MONROE – Six years ago, Snohomish County farmer Jeff Miller approached Whole Foods Market about selling his Willie Greens salad mix in the company’s Bellevue store. A former chef, Miller had grown his organic business from a quarter-acre of rented land to 85 acres supplying countless restaurants and farmers market customers.
He didn’t have a chance.
Like other large corporations, Whole Foods required salad suppliers to follow a strict safety documentation and management system known as a hazard analysis and critical control points plan. Leafy greens are linked to more outbreaks of illness than any other food item, and large supermarket salad suppliers tend to be California farming operations gigantic enough to put the involved plans in place.
Selling the salad mix under those conditions looked like a nightmare of documentation and protocols. “It was just something I was not going to be able to do on my own,” Miller said. But he got help, in the form of low-interest loans from the national chain’s “local producer” program meant to aid independent farmers. This summer, the Monroe-based farm’s organic salad greens and baby spinach leaves were packed into plastic supermarket clamshells as well as farmers market loose bins, selling on the shelves at several Whole Foods stores in the region.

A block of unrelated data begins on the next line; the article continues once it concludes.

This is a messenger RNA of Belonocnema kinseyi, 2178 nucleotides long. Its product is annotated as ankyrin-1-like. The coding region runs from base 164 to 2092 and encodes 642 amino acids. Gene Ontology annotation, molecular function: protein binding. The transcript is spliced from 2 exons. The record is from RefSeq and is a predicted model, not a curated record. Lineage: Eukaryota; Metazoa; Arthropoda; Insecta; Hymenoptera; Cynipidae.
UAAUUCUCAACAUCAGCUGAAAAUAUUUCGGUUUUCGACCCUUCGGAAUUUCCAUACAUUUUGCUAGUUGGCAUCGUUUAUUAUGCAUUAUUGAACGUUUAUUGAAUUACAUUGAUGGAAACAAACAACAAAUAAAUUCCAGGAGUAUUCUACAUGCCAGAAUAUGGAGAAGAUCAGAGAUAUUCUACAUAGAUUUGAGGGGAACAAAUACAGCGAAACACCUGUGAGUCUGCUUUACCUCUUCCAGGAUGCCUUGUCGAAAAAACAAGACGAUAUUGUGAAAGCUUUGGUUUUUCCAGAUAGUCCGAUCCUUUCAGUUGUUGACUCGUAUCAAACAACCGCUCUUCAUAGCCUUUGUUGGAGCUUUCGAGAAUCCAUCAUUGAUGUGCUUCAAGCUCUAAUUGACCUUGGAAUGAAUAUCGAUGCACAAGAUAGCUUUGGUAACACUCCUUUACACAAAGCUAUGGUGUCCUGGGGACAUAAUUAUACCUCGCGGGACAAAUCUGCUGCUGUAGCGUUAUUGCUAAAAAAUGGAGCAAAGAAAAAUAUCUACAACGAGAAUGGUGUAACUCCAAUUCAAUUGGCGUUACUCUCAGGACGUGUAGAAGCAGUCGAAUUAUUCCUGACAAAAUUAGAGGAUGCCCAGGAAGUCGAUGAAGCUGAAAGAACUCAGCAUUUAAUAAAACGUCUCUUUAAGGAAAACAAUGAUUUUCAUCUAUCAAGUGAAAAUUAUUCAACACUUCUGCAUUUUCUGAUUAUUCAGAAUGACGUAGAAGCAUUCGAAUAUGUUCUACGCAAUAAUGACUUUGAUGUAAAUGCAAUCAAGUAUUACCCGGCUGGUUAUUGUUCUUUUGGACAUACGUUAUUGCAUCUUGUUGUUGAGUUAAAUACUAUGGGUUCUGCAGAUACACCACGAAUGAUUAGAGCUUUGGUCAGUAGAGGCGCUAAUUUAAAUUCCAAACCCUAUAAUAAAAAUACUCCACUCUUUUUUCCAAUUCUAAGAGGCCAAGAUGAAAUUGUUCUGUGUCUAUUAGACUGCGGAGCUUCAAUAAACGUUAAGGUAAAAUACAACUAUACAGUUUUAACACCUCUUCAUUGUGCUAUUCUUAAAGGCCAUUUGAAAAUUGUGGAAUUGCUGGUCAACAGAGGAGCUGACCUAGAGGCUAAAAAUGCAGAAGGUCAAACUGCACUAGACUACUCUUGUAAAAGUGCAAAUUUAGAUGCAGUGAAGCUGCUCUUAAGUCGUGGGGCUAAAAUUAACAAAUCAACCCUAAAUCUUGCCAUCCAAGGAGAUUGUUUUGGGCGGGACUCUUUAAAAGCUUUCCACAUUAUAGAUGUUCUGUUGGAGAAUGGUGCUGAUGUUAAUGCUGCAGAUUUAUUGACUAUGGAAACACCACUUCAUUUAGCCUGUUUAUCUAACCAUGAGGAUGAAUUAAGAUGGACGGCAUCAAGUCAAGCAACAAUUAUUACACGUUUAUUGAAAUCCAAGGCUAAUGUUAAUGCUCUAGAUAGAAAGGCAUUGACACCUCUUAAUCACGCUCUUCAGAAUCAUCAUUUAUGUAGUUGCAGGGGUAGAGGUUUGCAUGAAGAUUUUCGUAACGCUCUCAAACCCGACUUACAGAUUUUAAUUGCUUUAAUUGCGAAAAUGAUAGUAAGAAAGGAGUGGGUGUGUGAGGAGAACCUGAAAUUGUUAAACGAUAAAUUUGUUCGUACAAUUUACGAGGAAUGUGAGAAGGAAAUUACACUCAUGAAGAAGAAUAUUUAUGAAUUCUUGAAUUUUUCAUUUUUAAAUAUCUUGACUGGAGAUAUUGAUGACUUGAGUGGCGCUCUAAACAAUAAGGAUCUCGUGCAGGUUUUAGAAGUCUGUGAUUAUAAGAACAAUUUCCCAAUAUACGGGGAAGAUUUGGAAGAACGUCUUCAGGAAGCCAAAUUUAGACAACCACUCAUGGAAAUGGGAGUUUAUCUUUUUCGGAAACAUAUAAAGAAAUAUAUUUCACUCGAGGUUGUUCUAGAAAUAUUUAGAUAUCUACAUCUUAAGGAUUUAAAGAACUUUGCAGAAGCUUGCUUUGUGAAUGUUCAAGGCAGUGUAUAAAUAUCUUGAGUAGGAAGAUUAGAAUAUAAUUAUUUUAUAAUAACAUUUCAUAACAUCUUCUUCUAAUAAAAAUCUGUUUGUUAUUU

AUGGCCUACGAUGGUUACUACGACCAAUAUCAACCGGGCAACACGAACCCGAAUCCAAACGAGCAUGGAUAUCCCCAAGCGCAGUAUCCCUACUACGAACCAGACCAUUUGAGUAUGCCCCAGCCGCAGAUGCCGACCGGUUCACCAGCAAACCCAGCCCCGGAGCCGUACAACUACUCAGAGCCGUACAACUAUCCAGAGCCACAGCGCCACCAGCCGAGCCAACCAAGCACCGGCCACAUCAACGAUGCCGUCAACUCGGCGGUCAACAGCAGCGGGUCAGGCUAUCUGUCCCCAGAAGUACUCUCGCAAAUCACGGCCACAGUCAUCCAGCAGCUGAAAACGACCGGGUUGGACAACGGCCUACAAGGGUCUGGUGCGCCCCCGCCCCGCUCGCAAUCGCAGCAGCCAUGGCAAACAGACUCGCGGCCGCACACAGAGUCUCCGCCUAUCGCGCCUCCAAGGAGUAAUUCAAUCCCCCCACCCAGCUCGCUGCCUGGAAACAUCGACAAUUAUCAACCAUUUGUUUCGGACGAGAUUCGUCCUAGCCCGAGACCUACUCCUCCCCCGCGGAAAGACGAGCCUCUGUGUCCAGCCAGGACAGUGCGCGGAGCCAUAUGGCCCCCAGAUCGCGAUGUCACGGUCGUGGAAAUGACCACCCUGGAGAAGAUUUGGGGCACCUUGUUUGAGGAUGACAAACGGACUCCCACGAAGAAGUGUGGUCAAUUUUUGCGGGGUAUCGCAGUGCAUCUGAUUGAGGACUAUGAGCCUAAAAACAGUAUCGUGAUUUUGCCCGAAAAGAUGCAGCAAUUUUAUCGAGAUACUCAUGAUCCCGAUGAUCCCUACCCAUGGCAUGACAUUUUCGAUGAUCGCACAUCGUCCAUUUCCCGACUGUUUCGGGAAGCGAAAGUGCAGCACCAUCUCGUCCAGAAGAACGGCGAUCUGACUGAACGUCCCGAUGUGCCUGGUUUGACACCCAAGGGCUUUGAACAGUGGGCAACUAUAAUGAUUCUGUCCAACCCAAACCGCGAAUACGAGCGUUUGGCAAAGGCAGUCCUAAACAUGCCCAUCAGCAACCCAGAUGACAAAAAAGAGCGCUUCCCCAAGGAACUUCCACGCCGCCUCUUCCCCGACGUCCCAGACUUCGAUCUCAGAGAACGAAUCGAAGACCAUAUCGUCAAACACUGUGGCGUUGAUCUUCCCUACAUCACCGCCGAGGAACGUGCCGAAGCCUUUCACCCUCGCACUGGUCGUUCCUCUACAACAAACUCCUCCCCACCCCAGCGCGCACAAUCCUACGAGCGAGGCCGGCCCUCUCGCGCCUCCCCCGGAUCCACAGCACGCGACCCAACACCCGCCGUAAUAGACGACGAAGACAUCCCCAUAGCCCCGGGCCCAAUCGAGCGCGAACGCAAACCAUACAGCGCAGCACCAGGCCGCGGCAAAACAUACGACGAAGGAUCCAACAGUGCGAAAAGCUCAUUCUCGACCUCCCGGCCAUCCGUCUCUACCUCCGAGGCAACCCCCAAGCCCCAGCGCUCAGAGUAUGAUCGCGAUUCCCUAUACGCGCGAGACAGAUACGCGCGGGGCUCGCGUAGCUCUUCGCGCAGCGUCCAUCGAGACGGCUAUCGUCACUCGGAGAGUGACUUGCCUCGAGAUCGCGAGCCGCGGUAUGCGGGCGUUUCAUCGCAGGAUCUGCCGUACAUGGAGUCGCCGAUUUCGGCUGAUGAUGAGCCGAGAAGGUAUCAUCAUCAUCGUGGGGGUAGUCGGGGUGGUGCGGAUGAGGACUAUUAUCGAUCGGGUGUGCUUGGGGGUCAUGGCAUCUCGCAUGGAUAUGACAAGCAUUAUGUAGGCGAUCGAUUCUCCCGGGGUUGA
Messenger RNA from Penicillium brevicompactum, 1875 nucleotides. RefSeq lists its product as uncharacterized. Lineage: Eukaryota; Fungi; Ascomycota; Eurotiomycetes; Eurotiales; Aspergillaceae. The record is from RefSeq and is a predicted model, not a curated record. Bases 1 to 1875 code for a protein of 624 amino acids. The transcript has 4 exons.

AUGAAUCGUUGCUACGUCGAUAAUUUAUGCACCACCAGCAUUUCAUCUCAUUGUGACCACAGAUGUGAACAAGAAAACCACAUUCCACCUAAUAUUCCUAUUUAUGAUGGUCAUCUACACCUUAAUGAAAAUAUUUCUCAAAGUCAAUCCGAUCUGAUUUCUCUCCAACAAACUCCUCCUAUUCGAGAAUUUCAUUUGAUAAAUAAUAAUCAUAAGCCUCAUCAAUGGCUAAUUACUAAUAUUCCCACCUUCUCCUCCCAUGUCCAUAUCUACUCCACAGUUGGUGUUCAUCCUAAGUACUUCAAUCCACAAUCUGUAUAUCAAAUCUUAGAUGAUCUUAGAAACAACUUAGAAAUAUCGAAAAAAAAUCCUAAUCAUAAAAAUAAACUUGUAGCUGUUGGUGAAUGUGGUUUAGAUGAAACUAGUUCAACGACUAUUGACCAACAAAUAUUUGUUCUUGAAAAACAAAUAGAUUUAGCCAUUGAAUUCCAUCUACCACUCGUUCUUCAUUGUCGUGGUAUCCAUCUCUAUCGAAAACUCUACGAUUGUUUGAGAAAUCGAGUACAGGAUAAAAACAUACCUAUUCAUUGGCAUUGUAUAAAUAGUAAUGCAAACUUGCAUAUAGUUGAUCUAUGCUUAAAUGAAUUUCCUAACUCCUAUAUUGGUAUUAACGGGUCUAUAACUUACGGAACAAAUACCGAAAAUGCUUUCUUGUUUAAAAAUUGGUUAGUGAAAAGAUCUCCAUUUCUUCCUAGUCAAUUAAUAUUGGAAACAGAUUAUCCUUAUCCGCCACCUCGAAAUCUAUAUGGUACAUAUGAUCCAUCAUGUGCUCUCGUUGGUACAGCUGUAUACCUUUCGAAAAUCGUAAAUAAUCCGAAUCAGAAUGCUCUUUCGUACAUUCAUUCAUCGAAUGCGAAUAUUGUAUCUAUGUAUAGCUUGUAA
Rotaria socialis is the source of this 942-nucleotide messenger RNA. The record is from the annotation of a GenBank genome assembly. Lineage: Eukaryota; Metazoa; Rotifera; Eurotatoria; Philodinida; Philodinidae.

For Miller, it’s an unusual way for a relatively small farmer to sell to a large national corporation, and a way to bridge the gap between the tiny plot he began “with a pack of seeds” in 1987 and the complex business that Willie Greens has become.
July 21, 2013 at 6:00 AM
Scoring a seat at Canon just got harder.
The popular Capitol Hill bar’s latest bragging rights: “World’s Best Drink Selection.” Canon got that honor at the Tales of the Cocktail Spirited Awards Dinner in New Orleans Saturday night, one of the highest honors in the industry. (more…)
July 16, 2013 at 9:24 AM
As a restaurant critic, eating is my job, so I try to limit snacking, or at least choose healthy ones. My willpower was sorely tested this weekend when David Israel, CEO of Pop! Gourmet Popcorn was a guest on KIRO Radio’s “Let’s Eat.” He showed up at the studio heavily armed with samples of his many-flavored wares.